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Michel CORRETTE (1707-1795)
Les délices de la solitude - Sonatas Op. 20
Sonata in F, op. 20,1 [07:22]
Sonata in d minor, op. 20,2 [08:51]
Sonata in C, op. 20,3 [08:05]
Sonata in B flat, op. 20,4 [07:35]
Sonata in G, op. 20,5 [08:46]
Sonata in D, op. 20,6 [08:33]
Concerto in D 'Le Phénix' [08:28]
Opera Prima Ensemble (Federico Toffano (cello), François de Rudder (bassoon), Roberto Loreggian (harpsichord, organ), Gian Michele Constantin (organ))/Cristiano Contadin (viola da gamba)
rec. July 2015 Abbazia di Santa Maria delle Carceri, Carceri (Padua), Italy DDD
BRILLIANT CLASSICS 95265 [57:48]

One of the features of the 18th century is the dissemination of domestic music making. An increasing number of people from the higher echelons of society wanted to play music at home with family and friends. As a result there was a large demand for music which was musically interesting but technically not too challenging. Among the composers who responded to this demand were Georg Philipp Telemann in Germany and Joseph Bodin de Boismortier and Michel Corrette in France.

Obviously, the people who played such music were amateurs. They needed to learn to play an instrument and in addition to taking lessons from professional teachers they were interested in treatises which gave them information on how to play an instrument or to interpret music correctly, for instance with regard to ornamentation. This explains why in the 18th century so many treatises were published, probably more than in any other era in history. One of the most prolific authors of such treatises was Michel Corrette. Between 1737 and 1784 he published no fewer than twenty treasises, most of which have been preserved and still give today's performers much information about playing techniques and interpretation in the 18th century.

In 1766 Corrette published Les délices de la solitude, including a set of six sonatas and a concise treatise on playing the cello. The sonatas had been published before: they were first printed around 1739 under the same title with the opus number 20. Musicologists have not been able to discover as yet why Corrette chose this title ("the delights of solitude") for these sonatas. The work-list in New Grove is a little confusing with regard to the scoring and so are the liner-notes in the booklet to the present recording. It is suggested that they are scored for cello, viola da gamba, bassoon and basso continuo. But these pieces are not quartets, they are solo sonatas. Unfortunately I haven't found a copy on the internet and therefore I could not check the notation. However, they have been recorded before as cello sonatas, and in this recording the viola da gamba takes the melody line in all the sonatas. The cello and the bassoon are only involved in the performance of the basso continuo and don't participate in every sonata.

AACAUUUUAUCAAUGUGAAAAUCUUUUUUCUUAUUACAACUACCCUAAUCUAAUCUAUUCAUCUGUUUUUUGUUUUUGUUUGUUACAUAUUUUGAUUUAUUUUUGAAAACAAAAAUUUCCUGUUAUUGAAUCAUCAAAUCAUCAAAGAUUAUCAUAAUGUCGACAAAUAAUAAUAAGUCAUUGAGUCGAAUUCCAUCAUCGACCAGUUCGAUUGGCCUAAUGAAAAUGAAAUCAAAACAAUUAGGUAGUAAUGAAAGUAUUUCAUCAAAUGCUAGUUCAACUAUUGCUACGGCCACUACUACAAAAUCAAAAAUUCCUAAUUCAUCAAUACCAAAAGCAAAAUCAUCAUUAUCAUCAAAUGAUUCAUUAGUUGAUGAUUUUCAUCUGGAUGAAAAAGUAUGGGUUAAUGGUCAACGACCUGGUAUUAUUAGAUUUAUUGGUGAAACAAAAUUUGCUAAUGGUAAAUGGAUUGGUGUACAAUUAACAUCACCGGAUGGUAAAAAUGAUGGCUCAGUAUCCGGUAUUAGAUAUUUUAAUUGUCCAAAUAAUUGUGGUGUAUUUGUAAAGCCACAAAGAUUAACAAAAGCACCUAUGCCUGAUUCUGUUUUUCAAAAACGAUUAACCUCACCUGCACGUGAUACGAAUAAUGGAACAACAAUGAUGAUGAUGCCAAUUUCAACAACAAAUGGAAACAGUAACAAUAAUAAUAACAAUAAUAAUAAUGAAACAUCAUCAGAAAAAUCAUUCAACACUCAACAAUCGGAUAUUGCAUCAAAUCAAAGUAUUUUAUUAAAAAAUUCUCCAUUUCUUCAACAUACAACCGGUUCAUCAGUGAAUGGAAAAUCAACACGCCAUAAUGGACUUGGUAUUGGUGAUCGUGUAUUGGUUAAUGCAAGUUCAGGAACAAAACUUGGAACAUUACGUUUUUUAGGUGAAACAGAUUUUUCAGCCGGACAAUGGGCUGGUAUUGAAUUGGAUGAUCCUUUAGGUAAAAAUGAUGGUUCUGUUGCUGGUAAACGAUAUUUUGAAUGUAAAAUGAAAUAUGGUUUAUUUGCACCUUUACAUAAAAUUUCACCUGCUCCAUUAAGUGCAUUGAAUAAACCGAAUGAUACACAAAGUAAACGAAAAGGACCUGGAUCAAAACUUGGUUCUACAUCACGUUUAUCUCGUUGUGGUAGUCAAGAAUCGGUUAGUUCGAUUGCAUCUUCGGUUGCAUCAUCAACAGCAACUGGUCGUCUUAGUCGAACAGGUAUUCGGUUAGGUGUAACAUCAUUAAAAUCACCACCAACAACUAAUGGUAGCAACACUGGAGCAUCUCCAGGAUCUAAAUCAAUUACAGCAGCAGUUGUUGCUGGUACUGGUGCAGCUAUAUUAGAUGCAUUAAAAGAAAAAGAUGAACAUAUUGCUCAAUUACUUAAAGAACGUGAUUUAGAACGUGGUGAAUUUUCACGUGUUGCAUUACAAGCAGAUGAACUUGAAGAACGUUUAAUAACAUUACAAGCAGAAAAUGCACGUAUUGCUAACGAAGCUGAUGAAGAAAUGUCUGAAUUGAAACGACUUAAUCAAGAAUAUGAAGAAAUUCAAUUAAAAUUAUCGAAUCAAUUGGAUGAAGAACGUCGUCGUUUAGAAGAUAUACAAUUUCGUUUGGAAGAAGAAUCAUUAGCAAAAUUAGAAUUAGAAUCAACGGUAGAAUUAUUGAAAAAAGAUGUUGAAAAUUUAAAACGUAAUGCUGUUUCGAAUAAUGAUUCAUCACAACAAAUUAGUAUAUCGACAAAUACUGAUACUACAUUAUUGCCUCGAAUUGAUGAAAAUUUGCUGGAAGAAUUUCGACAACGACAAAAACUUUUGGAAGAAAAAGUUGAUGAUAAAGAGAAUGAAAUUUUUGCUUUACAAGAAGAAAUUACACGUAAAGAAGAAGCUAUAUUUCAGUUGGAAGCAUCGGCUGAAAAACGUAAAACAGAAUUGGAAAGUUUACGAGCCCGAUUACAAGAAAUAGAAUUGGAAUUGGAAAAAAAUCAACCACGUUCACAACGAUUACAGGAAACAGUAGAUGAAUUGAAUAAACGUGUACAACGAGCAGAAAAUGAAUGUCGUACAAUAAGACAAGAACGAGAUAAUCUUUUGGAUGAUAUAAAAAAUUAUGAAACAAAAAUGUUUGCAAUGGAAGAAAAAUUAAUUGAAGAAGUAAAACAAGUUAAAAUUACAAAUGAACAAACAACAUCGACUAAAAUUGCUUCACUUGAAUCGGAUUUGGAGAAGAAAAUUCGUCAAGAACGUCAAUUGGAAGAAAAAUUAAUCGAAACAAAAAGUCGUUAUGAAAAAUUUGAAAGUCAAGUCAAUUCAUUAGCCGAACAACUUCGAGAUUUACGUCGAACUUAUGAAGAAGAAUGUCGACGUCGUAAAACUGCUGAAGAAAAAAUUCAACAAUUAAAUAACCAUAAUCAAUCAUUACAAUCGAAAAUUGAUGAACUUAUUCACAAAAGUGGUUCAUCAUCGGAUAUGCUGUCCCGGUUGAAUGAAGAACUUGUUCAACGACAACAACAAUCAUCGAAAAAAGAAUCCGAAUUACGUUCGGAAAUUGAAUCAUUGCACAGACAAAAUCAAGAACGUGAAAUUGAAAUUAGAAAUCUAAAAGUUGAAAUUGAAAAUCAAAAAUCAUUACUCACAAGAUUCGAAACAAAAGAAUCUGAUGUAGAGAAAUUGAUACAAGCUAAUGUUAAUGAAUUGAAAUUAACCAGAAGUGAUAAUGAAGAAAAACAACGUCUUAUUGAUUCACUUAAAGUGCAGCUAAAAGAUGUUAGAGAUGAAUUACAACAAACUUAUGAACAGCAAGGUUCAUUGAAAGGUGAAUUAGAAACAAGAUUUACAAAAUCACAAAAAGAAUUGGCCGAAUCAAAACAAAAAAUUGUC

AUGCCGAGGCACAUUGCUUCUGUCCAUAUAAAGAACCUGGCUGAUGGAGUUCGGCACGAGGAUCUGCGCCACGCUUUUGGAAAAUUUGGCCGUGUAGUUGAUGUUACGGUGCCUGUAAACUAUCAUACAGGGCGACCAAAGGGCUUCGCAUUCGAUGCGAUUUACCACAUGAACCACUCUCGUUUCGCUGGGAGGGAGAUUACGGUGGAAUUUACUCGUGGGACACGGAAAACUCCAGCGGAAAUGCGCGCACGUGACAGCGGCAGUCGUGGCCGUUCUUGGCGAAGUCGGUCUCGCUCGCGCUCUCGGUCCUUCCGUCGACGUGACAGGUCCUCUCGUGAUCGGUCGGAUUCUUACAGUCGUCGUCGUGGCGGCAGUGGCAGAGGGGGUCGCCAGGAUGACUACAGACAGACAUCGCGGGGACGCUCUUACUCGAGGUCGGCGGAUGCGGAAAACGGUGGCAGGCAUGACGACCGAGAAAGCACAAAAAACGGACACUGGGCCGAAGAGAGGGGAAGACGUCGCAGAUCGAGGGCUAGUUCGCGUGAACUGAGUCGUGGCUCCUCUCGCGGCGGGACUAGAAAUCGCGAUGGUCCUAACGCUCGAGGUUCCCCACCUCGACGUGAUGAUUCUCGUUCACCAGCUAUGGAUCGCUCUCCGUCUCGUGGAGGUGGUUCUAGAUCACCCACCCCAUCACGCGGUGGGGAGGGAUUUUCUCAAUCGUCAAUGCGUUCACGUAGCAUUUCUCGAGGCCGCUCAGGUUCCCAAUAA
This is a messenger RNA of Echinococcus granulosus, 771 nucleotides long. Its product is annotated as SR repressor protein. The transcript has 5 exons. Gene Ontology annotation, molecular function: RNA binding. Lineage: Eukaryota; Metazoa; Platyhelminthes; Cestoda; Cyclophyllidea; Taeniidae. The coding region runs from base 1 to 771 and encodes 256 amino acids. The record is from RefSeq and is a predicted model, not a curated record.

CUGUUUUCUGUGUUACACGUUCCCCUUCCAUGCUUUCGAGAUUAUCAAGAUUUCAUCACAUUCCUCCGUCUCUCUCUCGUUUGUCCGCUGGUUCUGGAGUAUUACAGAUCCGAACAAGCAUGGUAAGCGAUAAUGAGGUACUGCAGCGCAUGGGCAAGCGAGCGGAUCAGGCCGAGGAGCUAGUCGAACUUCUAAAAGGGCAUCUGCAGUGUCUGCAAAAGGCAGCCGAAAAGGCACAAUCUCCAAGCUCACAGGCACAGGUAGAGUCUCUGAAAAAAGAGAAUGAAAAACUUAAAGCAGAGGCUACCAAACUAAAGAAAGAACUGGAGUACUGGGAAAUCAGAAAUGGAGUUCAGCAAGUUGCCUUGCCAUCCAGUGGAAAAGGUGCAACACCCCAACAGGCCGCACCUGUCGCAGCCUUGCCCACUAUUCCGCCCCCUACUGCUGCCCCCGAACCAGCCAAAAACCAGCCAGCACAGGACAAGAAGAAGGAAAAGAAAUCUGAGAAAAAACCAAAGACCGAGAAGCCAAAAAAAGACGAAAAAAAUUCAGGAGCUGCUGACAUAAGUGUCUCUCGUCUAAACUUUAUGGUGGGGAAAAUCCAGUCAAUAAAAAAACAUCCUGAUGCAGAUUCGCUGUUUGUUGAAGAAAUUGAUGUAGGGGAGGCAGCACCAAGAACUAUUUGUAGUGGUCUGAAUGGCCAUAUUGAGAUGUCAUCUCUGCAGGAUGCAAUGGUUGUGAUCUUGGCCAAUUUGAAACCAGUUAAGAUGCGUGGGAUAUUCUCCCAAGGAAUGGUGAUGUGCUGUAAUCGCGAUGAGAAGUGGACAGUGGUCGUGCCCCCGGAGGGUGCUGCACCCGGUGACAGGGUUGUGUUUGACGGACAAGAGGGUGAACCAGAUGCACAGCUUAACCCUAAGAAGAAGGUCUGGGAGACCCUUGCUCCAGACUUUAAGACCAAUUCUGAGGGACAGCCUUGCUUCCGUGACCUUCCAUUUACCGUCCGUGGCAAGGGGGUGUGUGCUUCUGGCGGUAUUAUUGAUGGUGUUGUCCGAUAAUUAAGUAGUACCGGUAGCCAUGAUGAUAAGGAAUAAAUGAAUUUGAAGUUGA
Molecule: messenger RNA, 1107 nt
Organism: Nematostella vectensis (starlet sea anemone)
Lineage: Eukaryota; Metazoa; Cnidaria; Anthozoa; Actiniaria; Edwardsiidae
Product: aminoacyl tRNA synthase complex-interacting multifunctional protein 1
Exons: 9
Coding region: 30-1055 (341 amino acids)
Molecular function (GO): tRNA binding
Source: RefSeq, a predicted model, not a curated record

The choice of the viola da gamba may surprise, considering that they seem to be intended for the cello. However, they were first published at a time when the cello was still developing in a kind of competition with the viola da gamba. Since the discovery of Italian music in France, the cello enjoyed an increasing popularity but in the late 1730s, when these sonatas were first printed, it was still a relatively new instrument and many amateurs continued to play the viola da gamba. Moreover, offering alternative scorings was a kind of sales promotion. Therefore the various instruments mentioned have to be considered alternatives: in addition to the viola da gamba and the cello, they could also be played on the bassoon.

The sonatas also reflect the growing popularity of Italian music. They are all in three or four movements and the titles are all in Italian, such as affettuoso or allegro staccato. Even the dances have Italian titles: corrente and sarabanda. The Sonata No. 4 closes with the only movement with a French title: bruit de chasse, but stylistically it is very Italian.

As I wrote, this set has been recorded before on the cello. This performance on the viola da gamba is a real alternative. From a historical point of view, the cello is the more obvious choice, but musically speaking these sonatas come off just as well on the viola da gamba. Cristiano Contadin is a very fine player of this instrument and in his hands these sonatas really come to life. The line-up in the basso continuo is different, which creates some variety. This disc also demonstrates that the fact that Corrette was such a prolific composer, especially of music for amateurs, cannot used against him. This is really good stuff and there is every reason to be happy that Corrette is taken more seriously these days.

Lovers of the viola da gamba, especially, are well advised to investigate this disc.

Johan van Veen
www.musica-dei-donum.org
twitter.com/johanvanveen

 

 




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